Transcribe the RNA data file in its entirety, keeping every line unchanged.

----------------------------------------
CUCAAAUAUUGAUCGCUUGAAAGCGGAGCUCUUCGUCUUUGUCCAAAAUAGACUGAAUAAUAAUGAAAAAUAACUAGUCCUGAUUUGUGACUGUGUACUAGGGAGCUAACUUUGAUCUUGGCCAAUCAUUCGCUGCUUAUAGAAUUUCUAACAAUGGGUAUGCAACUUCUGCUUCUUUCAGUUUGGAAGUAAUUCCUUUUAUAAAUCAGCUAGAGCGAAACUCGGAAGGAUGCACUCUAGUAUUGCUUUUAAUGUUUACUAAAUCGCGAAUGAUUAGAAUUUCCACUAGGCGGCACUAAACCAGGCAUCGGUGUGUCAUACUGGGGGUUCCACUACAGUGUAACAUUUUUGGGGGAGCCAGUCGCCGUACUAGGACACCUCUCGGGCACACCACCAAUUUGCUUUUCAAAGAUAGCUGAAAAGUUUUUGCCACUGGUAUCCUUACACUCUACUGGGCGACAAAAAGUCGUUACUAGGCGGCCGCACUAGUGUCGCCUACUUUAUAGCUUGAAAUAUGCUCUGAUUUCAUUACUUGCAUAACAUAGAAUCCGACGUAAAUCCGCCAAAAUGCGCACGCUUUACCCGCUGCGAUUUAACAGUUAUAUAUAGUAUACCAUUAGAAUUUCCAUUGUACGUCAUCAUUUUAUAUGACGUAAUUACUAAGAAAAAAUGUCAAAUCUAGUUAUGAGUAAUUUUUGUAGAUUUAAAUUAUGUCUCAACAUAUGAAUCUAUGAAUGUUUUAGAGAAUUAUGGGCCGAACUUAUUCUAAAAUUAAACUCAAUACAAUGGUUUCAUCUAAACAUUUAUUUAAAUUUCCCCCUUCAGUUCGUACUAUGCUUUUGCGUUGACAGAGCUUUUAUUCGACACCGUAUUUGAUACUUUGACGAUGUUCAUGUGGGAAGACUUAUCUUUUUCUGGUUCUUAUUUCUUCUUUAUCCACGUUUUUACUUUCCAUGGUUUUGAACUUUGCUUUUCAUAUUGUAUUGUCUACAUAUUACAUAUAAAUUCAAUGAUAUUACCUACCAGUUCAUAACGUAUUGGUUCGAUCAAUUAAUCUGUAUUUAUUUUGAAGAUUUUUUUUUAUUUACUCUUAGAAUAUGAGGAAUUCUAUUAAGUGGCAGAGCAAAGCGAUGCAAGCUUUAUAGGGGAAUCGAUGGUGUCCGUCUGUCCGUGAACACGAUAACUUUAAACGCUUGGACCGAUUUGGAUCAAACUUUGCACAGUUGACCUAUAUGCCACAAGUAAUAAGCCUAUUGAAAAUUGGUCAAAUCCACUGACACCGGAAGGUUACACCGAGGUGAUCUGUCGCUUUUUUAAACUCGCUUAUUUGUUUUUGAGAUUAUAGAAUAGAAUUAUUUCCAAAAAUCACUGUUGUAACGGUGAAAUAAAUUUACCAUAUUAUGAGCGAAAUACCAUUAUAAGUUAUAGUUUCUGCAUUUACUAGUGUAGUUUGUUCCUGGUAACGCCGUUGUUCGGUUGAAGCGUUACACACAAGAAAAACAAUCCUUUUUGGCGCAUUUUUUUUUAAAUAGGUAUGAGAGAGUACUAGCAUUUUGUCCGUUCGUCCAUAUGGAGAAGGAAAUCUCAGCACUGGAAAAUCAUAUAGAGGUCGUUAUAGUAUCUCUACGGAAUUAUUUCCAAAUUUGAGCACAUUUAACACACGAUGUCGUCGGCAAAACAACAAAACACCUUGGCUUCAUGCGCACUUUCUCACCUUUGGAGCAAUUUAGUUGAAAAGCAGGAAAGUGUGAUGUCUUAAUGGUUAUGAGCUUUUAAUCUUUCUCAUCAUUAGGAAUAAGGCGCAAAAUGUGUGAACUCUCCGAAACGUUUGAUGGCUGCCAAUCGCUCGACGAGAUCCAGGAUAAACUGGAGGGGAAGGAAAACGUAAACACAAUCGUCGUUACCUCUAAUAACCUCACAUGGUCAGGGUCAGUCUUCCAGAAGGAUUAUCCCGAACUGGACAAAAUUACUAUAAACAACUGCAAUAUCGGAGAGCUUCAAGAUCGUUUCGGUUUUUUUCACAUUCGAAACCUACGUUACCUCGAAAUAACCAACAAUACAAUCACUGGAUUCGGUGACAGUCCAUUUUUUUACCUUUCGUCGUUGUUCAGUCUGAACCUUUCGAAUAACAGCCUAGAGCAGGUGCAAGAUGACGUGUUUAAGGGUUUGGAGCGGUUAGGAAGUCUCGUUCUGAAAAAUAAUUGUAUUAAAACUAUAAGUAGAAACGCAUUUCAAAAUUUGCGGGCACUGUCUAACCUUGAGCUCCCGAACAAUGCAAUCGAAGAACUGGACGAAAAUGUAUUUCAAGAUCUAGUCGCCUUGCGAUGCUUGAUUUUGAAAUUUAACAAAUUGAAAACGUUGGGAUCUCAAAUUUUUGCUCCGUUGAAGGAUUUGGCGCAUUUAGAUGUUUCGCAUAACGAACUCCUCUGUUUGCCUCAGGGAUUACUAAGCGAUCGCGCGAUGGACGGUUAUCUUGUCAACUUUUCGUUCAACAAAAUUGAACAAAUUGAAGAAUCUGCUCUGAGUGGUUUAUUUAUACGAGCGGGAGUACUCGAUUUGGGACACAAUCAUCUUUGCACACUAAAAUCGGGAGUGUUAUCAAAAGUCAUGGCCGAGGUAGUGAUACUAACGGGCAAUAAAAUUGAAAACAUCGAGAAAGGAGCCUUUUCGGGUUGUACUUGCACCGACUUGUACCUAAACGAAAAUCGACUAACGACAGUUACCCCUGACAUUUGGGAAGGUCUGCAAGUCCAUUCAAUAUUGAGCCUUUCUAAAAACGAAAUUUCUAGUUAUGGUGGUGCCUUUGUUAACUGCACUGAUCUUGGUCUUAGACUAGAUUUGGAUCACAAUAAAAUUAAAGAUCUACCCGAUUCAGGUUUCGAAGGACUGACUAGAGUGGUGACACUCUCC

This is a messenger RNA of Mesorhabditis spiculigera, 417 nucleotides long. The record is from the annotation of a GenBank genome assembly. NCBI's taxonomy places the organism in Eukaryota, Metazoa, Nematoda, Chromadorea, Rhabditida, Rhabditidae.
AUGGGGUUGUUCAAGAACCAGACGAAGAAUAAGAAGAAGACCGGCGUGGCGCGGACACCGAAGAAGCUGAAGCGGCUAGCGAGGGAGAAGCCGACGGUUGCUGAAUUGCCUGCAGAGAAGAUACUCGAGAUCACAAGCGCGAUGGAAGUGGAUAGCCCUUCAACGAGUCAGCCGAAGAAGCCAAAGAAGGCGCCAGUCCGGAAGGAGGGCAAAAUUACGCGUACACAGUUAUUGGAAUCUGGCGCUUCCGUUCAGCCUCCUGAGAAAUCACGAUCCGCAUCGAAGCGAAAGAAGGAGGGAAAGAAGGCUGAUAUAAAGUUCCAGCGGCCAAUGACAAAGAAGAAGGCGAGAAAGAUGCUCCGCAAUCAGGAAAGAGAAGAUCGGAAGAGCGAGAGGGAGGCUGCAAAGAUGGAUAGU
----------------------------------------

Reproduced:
CUCAAAUAUUGAUCGCUUGAAAGCGGAGCUCUUCGUCUUUGUCCAAAAUAGACUGAAUAAUAAUGAAAAAUAACUAGUCCUGAUUUGUGACUGUGUACUAGGGAGCUAACUUUGAUCUUGGCCAAUCAUUCGCUGCUUAUAGAAUUUCUAACAAUGGGUAUGCAACUUCUGCUUCUUUCAGUUUGGAAGUAAUUCCUUUUAUAAAUCAGCUAGAGCGAAACUCGGAAGGAUGCACUCUAGUAUUGCUUUUAAUGUUUACUAAAUCGCGAAUGAUUAGAAUUUCCACUAGGCGGCACUAAACCAGGCAUCGGUGUGUCAUACUGGGGGUUCCACUACAGUGUAACAUUUUUGGGGGAGCCAGUCGCCGUACUAGGACACCUCUCGGGCACACCACCAAUUUGCUUUUCAAAGAUAGCUGAAAAGUUUUUGCCACUGGUAUCCUUACACUCUACUGGGCGACAAAAAGUCGUUACUAGGCGGCCGCACUAGUGUCGCCUACUUUAUAGCUUGAAAUAUGCUCUGAUUUCAUUACUUGCAUAACAUAGAAUCCGACGUAAAUCCGCCAAAAUGCGCACGCUUUACCCGCUGCGAUUUAACAGUUAUAUAUAGUAUACCAUUAGAAUUUCCAUUGUACGUCAUCAUUUUAUAUGACGUAAUUACUAAGAAAAAAUGUCAAAUCUAGUUAUGAGUAAUUUUUGUAGAUUUAAAUUAUGUCUCAACAUAUGAAUCUAUGAAUGUUUUAGAGAAUUAUGGGCCGAACUUAUUCUAAAAUUAAACUCAAUACAAUGGUUUCAUCUAAACAUUUAUUUAAAUUUCCCCCUUCAGUUCGUACUAUGCUUUUGCGUUGACAGAGCUUUUAUUCGACACCGUAUUUGAUACUUUGACGAUGUUCAUGUGGGAAGACUUAUCUUUUUCUGGUUCUUAUUUCUUCUUUAUCCACGUUUUUACUUUCCAUGGUUUUGAACUUUGCUUUUCAUAUUGUAUUGUCUACAUAUUACAUAUAAAUUCAAUGAUAUUACCUACCAGUUCAUAACGUAUUGGUUCGAUCAAUUAAUCUGUAUUUAUUUUGAAGAUUUUUUUUUAUUUACUCUUAGAAUAUGAGGAAUUCUAUUAAGUGGCAGAGCAAAGCGAUGCAAGCUUUAUAGGGGAAUCGAUGGUGUCCGUCUGUCCGUGAACACGAUAACUUUAAACGCUUGGACCGAUUUGGAUCAAACUUUGCACAGUUGACCUAUAUGCCACAAGUAAUAAGCCUAUUGAAAAUUGGUCAAAUCCACUGACACCGGAAGGUUACACCGAGGUGAUCUGUCGCUUUUUUAAACUCGCUUAUUUGUUUUUGAGAUUAUAGAAUAGAAUUAUUUCCAAAAAUCACUGUUGUAACGGUGAAAUAAAUUUACCAUAUUAUGAGCGAAAUACCAUUAUAAGUUAUAGUUUCUGCAUUUACUAGUGUAGUUUGUUCCUGGUAACGCCGUUGUUCGGUUGAAGCGUUACACACAAGAAAAACAAUCCUUUUUGGCGCAUUUUUUUUUAAAUAGGUAUGAGAGAGUACUAGCAUUUUGUCCGUUCGUCCAUAUGGAGAAGGAAAUCUCAGCACUGGAAAAUCAUAUAGAGGUCGUUAUAGUAUCUCUACGGAAUUAUUUCCAAAUUUGAGCACAUUUAACACACGAUGUCGUCGGCAAAACAACAAAACACCUUGGCUUCAUGCGCACUUUCUCACCUUUGGAGCAAUUUAGUUGAAAAGCAGGAAAGUGUGAUGUCUUAAUGGUUAUGAGCUUUUAAUCUUUCUCAUCAUUAGGAAUAAGGCGCAAAAUGUGUGAACUCUCCGAAACGUUUGAUGGCUGCCAAUCGCUCGACGAGAUCCAGGAUAAACUGGAGGGGAAGGAAAACGUAAACACAAUCGUCGUUACCUCUAAUAACCUCACAUGGUCAGGGUCAGUCUUCCAGAAGGAUUAUCCCGAACUGGACAAAAUUACUAUAAACAACUGCAAUAUCGGAGAGCUUCAAGAUCGUUUCGGUUUUUUUCACAUUCGAAACCUACGUUACCUCGAAAUAACCAACAAUACAAUCACUGGAUUCGGUGACAGUCCAUUUUUUUACCUUUCGUCGUUGUUCAGUCUGAACCUUUCGAAUAACAGCCUAGAGCAGGUGCAAGAUGACGUGUUUAAGGGUUUGGAGCGGUUAGGAAGUCUCGUUCUGAAAAAUAAUUGUAUUAAAACUAUAAGUAGAAACGCAUUUCAAAAUUUGCGGGCACUGUCUAACCUUGAGCUCCCGAACAAUGCAAUCGAAGAACUGGACGAAAAUGUAUUUCAAGAUCUAGUCGCCUUGCGAUGCUUGAUUUUGAAAUUUAACAAAUUGAAAACGUUGGGAUCUCAAAUUUUUGCUCCGUUGAAGGAUUUGGCGCAUUUAGAUGUUUCGCAUAACGAACUCCUCUGUUUGCCUCAGGGAUUACUAAGCGAUCGCGCGAUGGACGGUUAUCUUGUCAACUUUUCGUUCAACAAAAUUGAACAAAUUGAAGAAUCUGCUCUGAGUGGUUUAUUUAUACGAGCGGGAGUACUCGAUUUGGGACACAAUCAUCUUUGCACACUAAAAUCGGGAGUGUUAUCAAAAGUCAUGGCCGAGGUAGUGAUACUAACGGGCAAUAAAAUUGAAAACAUCGAGAAAGGAGCCUUUUCGGGUUGUACUUGCACCGACUUGUACCUAAACGAAAAUCGACUAACGACAGUUACCCCUGACAUUUGGGAAGGUCUGCAAGUCCAUUCAAUAUUGAGCCUUUCUAAAAACGAAAUUUCUAGUUAUGGUGGUGCCUUUGUUAACUGCACUGAUCUUGGUCUUAGACUAGAUUUGGAUCACAAUAAAAUUAAAGAUCUACCCGAUUCAGGUUUCGAAGGACUGACUAGAGUGGUGACACUCUCC

This is a messenger RNA of Mesorhabditis spiculigera, 417 nucleotides long. The record is from the annotation of a GenBank genome assembly. NCBI's taxonomy places the organism in Eukaryota, Metazoa, Nematoda, Chromadorea, Rhabditida, Rhabditidae.
AUGGGGUUGUUCAAGAACCAGACGAAGAAUAAGAAGAAGACCGGCGUGGCGCGGACACCGAAGAAGCUGAAGCGGCUAGCGAGGGAGAAGCCGACGGUUGCUGAAUUGCCUGCAGAGAAGAUACUCGAGAUCACAAGCGCGAUGGAAGUGGAUAGCCCUUCAACGAGUCAGCCGAAGAAGCCAAAGAAGGCGCCAGUCCGGAAGGAGGGCAAAAUUACGCGUACACAGUUAUUGGAAUCUGGCGCUUCCGUUCAGCCUCCUGAGAAAUCACGAUCCGCAUCGAAGCGAAAGAAGGAGGGAAAGAAGGCUGAUAUAAAGUUCCAGCGGCCAAUGACAAAGAAGAAGGCGAGAAAGAUGCUCCGCAAUCAGGAAAGAGAAGAUCGGAAGAGCGAGAGGGAGGCUGCAAAGAUGGAUAGU